Treatment for Whooping Cough (Pertussis)

Pertussis, which is more commonly called Whooping Cough, is an infection of the respiratory system. The disease causes severe coughing spells, during which it becomes difficult to catch one’s breath. It gets its name from the “whoop” sound made when a person inhales forcefully during these spells.

Whooping cough is extremely contagious, but has not been a significant problem in the last few decades because of available vaccine. Just recently, however, it has seen a resurgence throughout the United States. The CDC states that in 2008, 13,000 cases were reported which resulted in 18 deaths. California is currently experiencing a rising number of pertussis cases, and the disease is expected to spread to many other U.S. states.

  • Initial symptoms mirror those of the common cold: runny nose, sneezing, mild cough, and a low-grade fever. After 1-2 weeks, the cough becomes much more severe. Violent coughing spells can last for more than a minute, and lead to the whooping sound when trying to breathe in. The cough can also cause vomiting.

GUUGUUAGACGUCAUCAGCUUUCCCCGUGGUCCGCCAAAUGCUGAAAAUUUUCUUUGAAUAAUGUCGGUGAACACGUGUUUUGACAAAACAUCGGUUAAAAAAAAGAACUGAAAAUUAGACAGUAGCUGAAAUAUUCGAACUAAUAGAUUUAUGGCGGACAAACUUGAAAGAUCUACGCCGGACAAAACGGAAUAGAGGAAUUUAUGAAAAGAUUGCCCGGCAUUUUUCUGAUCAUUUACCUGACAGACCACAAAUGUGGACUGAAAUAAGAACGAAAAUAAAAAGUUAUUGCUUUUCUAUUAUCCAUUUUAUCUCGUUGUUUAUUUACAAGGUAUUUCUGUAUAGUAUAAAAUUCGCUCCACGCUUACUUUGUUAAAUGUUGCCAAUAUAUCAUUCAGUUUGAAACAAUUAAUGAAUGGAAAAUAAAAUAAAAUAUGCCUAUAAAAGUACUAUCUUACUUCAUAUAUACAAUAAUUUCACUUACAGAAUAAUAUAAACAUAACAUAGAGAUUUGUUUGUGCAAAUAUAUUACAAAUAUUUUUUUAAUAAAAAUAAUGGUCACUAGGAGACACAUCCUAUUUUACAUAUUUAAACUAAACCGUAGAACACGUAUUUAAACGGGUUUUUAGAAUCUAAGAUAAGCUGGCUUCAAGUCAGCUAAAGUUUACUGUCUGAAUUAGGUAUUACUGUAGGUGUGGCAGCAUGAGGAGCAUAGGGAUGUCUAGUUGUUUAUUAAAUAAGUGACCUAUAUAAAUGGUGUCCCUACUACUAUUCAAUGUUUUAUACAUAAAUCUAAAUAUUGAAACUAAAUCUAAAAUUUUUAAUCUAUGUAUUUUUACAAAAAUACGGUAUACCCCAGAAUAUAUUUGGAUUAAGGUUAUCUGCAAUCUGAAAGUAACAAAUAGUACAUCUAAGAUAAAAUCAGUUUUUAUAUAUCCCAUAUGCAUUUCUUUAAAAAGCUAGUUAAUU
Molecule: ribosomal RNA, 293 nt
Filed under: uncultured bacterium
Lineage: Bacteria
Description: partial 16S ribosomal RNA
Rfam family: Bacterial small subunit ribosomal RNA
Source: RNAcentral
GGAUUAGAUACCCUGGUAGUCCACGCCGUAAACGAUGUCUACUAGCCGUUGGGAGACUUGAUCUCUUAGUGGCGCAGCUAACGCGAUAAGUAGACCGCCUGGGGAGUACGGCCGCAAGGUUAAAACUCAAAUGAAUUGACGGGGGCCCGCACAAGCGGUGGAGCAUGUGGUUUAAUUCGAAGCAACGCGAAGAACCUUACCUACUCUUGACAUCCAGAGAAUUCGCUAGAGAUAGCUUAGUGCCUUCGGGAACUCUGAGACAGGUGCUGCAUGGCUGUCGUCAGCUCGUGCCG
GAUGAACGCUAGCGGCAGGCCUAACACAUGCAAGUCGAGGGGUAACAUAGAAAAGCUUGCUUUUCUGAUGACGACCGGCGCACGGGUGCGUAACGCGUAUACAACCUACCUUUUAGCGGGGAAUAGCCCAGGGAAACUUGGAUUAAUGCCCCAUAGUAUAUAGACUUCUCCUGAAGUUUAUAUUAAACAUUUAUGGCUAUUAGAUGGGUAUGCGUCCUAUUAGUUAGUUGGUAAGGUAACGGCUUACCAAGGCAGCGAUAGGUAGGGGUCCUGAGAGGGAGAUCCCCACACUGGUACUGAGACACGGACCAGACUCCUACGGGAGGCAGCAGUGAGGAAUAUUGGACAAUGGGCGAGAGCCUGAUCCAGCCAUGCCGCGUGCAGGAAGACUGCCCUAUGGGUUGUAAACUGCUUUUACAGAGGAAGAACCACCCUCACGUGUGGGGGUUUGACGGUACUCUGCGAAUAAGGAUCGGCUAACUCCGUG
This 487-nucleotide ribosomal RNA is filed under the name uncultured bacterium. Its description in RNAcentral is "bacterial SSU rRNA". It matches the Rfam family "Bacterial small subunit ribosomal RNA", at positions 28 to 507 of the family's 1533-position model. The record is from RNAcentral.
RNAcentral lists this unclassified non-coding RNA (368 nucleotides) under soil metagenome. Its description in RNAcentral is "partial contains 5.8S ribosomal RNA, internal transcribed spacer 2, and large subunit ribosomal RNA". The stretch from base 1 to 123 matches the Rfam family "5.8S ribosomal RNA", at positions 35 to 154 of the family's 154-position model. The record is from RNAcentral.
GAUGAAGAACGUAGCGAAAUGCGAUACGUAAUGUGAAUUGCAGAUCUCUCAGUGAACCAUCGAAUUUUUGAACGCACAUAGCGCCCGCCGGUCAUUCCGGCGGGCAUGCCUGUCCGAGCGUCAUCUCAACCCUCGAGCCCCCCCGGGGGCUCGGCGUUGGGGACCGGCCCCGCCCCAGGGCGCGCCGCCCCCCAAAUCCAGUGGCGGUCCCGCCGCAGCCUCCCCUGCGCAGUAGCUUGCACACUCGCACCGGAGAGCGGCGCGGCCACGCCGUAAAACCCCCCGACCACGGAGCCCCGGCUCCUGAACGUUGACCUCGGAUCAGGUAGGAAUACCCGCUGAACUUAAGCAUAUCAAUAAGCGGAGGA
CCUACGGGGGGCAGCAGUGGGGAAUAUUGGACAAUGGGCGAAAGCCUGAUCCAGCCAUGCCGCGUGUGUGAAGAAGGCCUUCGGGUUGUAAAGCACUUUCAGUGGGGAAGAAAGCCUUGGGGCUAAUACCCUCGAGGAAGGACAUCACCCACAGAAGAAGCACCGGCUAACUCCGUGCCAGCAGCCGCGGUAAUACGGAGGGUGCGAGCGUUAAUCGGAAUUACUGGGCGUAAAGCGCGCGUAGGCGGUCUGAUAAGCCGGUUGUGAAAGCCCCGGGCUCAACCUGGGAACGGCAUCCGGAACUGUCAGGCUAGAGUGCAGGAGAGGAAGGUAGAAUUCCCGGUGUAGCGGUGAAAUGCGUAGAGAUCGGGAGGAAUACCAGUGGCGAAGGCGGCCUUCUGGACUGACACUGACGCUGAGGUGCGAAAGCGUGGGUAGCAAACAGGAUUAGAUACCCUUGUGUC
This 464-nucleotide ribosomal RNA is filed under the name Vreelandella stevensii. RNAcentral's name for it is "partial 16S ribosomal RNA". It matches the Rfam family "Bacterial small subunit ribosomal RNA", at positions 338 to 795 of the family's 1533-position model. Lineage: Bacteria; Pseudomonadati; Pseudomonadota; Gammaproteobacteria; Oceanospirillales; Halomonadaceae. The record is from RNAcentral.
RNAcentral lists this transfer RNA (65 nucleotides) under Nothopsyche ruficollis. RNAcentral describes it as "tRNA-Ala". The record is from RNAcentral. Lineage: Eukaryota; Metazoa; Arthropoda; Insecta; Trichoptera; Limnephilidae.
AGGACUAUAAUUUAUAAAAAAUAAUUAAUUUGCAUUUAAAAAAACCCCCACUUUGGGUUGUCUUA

Who is at risk?
  • Anyone who has not been vaccinated, or those whose vaccinations are out of date
  • Adults and adolescents are more likely to get the disease, as the effectiveness of past vaccine fades
  • Infants and children are at the greatest risk of developing complications

The best way to treat whooping cough is to prevent it. Make sure you and your loved ones are up to date with vaccinations, specifically the DTaP vaccine for infants and children, and the Tdap booster for adolescents and adults. The CDC recommends that adolescents and adults from 19 to 64 years of age be revaccinated with the Tdap (Tetanus, diphtheria, acellular pertussis) booster, even if they were completely vaccinated as children.

Once someone comes down with the disease, antibiotics can be used to shorten the infectious period and potentially to reduce the severity of the symptoms. In the most severe cases, especially in children, hospitalization may be required.

Emergency Warning Signs: When should I see a doctor?
  • When you or your child develops a cold that includes a prolonged or severe cough
  • If someone in your household, or someone you have been in close contact with, gets the disease
  • Coughing spells that make you turn red or purple, that are followed by vomiting, and/or are accompanied by a whooping sound
Treatment is available now at Well-Key Urgent Care.
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